Ovarian Cancer Death Caused by Johnson’s Baby Powder, Shower-to-Shower: Lawsuit
Nearly two dozen studies released in recent decades should have been more than enough evidence for Johnson & Johnson to warn that the side effects of talcum powder used for feminine hygiene could result in ovarian cancer, according to a allegations raised in a recently filed wrongful death lawsuit.
In a complaint (PDF) filed in the U.S. District Court for the Western District of Louisiana on August 1, Kenneth Batiste indicates that his wife, Deiadria, developed ovarian cancer after years of applying Johnson’s Baby Powder and Shower-to-Shower around her genitals, like many other women nationwide.
Batiste died of ovarian cancer in August 2015, and her husband’s case joins a growing number of Johnson’s Baby Powder lawsuits and Shower-to-Shower lawsuits filed against the manufacturer, alleging that it knew or should have known about the link between talcum powder and ovarian cancer, yet failed to provide adequate warnings for women using the popular products.
While talcum powder is most commonly associated with use as a baby powder, to help prevent diaper rash and maintain smooth skin, Johnson & Johnson has promoted their products for decades as a general body powder among adult women, who were encouraged to use talcum powder after every shower and place it in their underwear to maintain “personal freshness”.
According to allegations raised in this latest lawsuit, Batiste, born in 1963, used Johnson & Johnson talc-based products for nearly her entire life, which ultimately caused her ovarian cancer diagnosis in 2011 and wrongful death four years later.
The lawsuit indicates that Batiste would not have used the products or would have sought an alternative, such as a cornstarch-based product, had she been fully aware of the ovarian cancer risks. The lawsuit, and others like it, claim Johnson & Johnson placed their desire for profits ahead of patient safety and concealed the known risks from the public.
The lawsuit notes that the first study to show an association between ovarian cancer and talcum powder was conducted in 1971. That was followed by the first epidemiologic study in 1982, which found a 92% increased risk of ovarian cancer in women who reported genital talc use. The lead researcher of that study specifically advised Johnson & Johnson that they should put a warning label on their products.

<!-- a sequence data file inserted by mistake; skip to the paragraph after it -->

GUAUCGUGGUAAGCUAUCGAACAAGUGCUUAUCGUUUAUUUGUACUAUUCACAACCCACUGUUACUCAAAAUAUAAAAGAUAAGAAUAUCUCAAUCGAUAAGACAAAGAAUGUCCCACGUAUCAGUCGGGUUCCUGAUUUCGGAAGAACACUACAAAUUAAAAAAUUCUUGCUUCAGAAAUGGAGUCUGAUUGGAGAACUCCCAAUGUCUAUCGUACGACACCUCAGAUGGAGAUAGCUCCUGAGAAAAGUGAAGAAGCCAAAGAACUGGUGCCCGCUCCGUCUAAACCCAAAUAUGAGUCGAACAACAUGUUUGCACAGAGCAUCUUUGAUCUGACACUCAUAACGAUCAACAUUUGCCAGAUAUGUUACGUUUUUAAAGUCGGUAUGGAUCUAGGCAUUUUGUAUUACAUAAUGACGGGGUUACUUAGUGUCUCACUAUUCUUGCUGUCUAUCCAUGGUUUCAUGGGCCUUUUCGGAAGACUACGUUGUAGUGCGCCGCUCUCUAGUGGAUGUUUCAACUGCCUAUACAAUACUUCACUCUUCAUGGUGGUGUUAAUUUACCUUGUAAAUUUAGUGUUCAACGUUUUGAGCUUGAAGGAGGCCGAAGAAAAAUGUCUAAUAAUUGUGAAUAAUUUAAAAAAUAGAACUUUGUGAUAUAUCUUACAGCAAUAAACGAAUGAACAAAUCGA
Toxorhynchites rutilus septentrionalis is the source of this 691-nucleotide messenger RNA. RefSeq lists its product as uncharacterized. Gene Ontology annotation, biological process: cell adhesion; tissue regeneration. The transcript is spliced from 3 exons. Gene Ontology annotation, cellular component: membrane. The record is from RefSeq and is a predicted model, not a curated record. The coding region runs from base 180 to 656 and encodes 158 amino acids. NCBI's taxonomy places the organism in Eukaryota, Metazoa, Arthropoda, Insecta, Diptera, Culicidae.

“Since 1982, there have been approximately twenty-two (22) additional epidemiologic studies providing data regarding the association of talc and ovarian cancer,’ the lawsuit notes. “Nearly all of these studies have reported an elevated risk for ovarian cancer associated with genital talc use in women.”
So far this year, at least two similar cases brought on behalf of women diagnosed with ovarian cancer following daily use of talcum powder have gone before juries nationwide, each resulting in multi-million dollar damage awards as a result of Johnson & Johnson’s failure to provide appropriate warnings for women.
Evidence presented at recent trials included company documents that suggested Johnson & Johnson was aware of the potential link between talcum powder and ovarian cancer since the 1970s. However, even as recently as 1992, some documents indicate that the company specifically targeted sales towards women who were high users of talcum powder, without ever warning them of the possible cancer risks.
If additional juries respond with similar verdicts after considering the evidence, Johnson & Johnson could face substantial liability if talcum powder ovarian cancer settlements are not reached to resolve individual claims brought by women and families throughout the U.S.
AnnaAugust 11, 2016 at 7:08 pm
I am glad the injured ones are letting their problems be known. When I heard of the awful news about the talcum, I wondered if it was the one that robbed me of five little babies and this awful infections that plagued me of the joy of those little ones and And the misery of the pain and the surgery of a hysterectomy.I hope someone can get trough to the ones that make the Johnson & Johnsons powder[Show More]I am glad the injured ones are letting their problems be known. When I heard of the awful news about the talcum, I wondered if it was the one that robbed me of five little babies and this awful infections that plagued me of the joy of those little ones and And the misery of the pain and the surgery of a hysterectomy.I hope someone can get trough to the ones that make the Johnson & Johnsons powder. The bad part too is, they didn't warn us or take it off the market.
MaryAugust 8, 2016 at 12:36 am
What about are children we used it for years as they were growing up, in there diapers. My daughters are 26 and 20. They don't show signs of cancer now but years down the line they could, then what. This is so sad that a company would put people at risk.
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